Swings of public opinion?
Public opinion in Germany is another matter. The Economist reported Aug 11 that Social Democrat Party (SDP) Sigmar Gabriel (left), who is the current ruling coalition’s environmental minister, has exploited unexpected nuclear plant shutdowns and problems at a waste dump to fan public fears about nuclear energy. He’s achieved some success too with less than a fifth of the electorate polled reported to be in favor of keeping the reactors after 2020.
For her part, if Ms. Merkel wins, she pledges to form a new coalition with the Free Democratic Party isolating the SDP and its anti-nuclear political agenda. In a debate last week with her opponent, Merkel argued that nuclear energy is needed as a “bridge” to reach climate goals, but was not specific about what’s on the other shore. Steinmeier made a series of pledges to create more jobs, but was no more specific about how to pay for them. Polls following the debate showed a split among voters with less than three percentage points between supporters of the two candidates.
While German voters consider how to cast their ballots, their neighbor to the south is voting with bond issues and commitments to funding a massive new nuclear build.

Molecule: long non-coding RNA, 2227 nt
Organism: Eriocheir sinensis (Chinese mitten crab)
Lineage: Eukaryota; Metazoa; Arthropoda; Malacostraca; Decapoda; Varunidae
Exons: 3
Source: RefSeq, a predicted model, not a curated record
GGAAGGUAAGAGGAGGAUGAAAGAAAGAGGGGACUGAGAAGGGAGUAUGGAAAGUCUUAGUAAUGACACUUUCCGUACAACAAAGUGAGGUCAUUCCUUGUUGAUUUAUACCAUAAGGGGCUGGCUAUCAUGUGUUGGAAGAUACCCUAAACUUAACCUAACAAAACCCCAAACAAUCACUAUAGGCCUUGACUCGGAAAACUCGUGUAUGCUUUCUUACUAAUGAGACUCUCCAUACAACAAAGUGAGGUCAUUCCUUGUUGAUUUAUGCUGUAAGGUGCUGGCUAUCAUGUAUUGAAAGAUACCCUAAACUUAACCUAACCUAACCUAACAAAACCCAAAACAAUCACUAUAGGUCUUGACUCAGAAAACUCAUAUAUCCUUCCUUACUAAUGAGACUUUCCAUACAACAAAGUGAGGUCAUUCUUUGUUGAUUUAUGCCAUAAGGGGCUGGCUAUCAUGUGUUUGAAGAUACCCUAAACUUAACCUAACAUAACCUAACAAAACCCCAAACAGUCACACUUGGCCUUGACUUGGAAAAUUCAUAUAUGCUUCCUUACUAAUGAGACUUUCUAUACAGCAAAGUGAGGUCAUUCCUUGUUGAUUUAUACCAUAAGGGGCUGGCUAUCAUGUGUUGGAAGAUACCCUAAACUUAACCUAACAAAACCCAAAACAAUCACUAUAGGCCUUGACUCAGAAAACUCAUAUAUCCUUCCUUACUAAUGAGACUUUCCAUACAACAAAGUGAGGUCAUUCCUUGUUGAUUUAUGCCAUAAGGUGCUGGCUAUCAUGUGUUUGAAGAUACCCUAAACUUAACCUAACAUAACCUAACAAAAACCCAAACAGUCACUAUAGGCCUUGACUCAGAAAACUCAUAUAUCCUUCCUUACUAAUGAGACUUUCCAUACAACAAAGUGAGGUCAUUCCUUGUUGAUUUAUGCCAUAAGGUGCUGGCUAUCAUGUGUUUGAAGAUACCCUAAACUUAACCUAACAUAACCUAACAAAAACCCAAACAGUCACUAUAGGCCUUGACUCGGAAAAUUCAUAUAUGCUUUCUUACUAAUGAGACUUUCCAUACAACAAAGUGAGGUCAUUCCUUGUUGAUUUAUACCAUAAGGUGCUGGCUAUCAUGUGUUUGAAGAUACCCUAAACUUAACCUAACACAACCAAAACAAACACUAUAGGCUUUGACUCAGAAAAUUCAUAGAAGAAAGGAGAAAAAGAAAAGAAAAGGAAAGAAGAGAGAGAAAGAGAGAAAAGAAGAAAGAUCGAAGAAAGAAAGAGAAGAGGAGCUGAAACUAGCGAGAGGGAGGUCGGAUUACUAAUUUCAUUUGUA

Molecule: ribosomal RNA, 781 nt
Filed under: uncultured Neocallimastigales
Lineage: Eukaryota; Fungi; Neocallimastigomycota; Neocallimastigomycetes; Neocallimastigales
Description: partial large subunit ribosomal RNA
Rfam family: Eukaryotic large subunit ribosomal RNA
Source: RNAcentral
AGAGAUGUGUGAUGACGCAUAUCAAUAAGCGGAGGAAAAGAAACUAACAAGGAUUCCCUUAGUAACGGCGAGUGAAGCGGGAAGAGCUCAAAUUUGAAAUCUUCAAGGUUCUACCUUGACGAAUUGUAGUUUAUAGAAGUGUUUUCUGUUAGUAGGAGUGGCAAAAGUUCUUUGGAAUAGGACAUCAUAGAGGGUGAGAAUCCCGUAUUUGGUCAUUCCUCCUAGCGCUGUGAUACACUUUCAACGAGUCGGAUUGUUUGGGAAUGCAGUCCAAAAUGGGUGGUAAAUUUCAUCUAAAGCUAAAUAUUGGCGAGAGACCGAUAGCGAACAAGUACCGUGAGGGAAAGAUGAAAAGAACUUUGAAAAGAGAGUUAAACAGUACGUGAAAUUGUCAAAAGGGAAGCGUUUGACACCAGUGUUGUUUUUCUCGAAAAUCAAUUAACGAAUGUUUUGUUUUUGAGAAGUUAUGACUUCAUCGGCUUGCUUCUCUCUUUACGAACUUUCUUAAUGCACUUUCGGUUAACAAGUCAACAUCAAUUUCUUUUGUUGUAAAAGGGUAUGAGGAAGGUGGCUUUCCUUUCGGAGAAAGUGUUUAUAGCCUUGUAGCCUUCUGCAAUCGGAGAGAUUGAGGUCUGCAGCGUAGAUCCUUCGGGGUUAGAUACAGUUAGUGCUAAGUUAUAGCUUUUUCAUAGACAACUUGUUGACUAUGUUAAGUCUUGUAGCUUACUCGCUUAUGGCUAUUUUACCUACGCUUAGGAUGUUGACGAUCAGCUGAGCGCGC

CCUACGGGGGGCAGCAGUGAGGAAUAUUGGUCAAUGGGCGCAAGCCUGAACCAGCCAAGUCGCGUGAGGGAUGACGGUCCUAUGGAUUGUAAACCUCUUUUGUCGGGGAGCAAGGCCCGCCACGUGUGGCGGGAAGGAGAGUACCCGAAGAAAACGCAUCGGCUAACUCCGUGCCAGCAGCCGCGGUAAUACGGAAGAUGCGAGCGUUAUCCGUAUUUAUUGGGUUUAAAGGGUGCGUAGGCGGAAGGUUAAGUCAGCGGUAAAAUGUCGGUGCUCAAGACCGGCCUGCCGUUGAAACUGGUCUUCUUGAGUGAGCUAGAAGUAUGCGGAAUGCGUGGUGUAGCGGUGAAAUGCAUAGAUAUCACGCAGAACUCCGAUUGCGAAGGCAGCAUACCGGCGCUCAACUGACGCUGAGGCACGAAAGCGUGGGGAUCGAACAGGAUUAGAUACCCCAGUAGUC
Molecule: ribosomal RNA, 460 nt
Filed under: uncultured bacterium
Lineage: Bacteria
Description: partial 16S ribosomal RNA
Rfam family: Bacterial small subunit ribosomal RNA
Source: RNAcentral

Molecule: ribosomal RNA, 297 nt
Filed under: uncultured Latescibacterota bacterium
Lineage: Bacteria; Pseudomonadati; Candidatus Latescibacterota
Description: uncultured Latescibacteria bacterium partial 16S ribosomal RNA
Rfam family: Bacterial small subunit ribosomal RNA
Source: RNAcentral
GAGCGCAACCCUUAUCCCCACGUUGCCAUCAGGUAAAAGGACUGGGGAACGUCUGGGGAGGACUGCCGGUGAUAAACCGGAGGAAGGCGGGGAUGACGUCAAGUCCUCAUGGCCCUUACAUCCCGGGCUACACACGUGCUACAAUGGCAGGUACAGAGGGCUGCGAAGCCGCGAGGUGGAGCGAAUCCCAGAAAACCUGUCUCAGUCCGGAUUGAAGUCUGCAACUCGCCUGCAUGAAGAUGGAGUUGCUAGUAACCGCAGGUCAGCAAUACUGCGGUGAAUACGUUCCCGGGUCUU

Italy launches new nuclear utility venture
French and Italian utilities have formed a new, joint venture which will raise billions of dollars to fund eight new nuclear power stations. Italy’s Enel will team with France’s EDF to form Sviluppo Nucleare Italia which translates loosely as “we build nukes in Italy.”
To fund the venture, Enel will raise $14.3 billion and EDF will raise an additional $4.7 billion for a total of $19 billion to kick off construction of 11 GWe of nuclear power. At $3,000 Kw, that’s enough to pay for two EPRs and three AP1000s.
Italy’s second largest utility Edison sPa has committed to taking a 15-20% stake in the Enel/EDF joint venture. CEO Umberto Quadino told Reuters Sept 4 this would equal his firm’s national market share of Italian electricity customers which is about 17%.
The massive financial commitment comes less than a month following a change in Italian law that overturns a two decade ban on new nuclear power plants. By 2030 the country could generate up to 25% of its electricity from nuclear reactors.
Westinghouse deal set for Sept 29
Westinghouse will build reactors in Italy through a joint venture with Ansaldo Nucleare. The deal will be sealed when Scajola attends an international economic summit to be held in Pittsburgh, PA, on Sept 29. EDF will build Areva EPRs similar to the units now under construction in Finland and France.
World Nuclear News reported Sept 7 that Ansaldo Nucleare has kept its workforce current on nuclear technology with recent completion of Romani’s Cernovada reactors.
In a paradox that surpasses the diametrically opposes nuclear futures of Italy and Germany, German utility E.on is said to be interested in participating in Italy’s new nuclear build.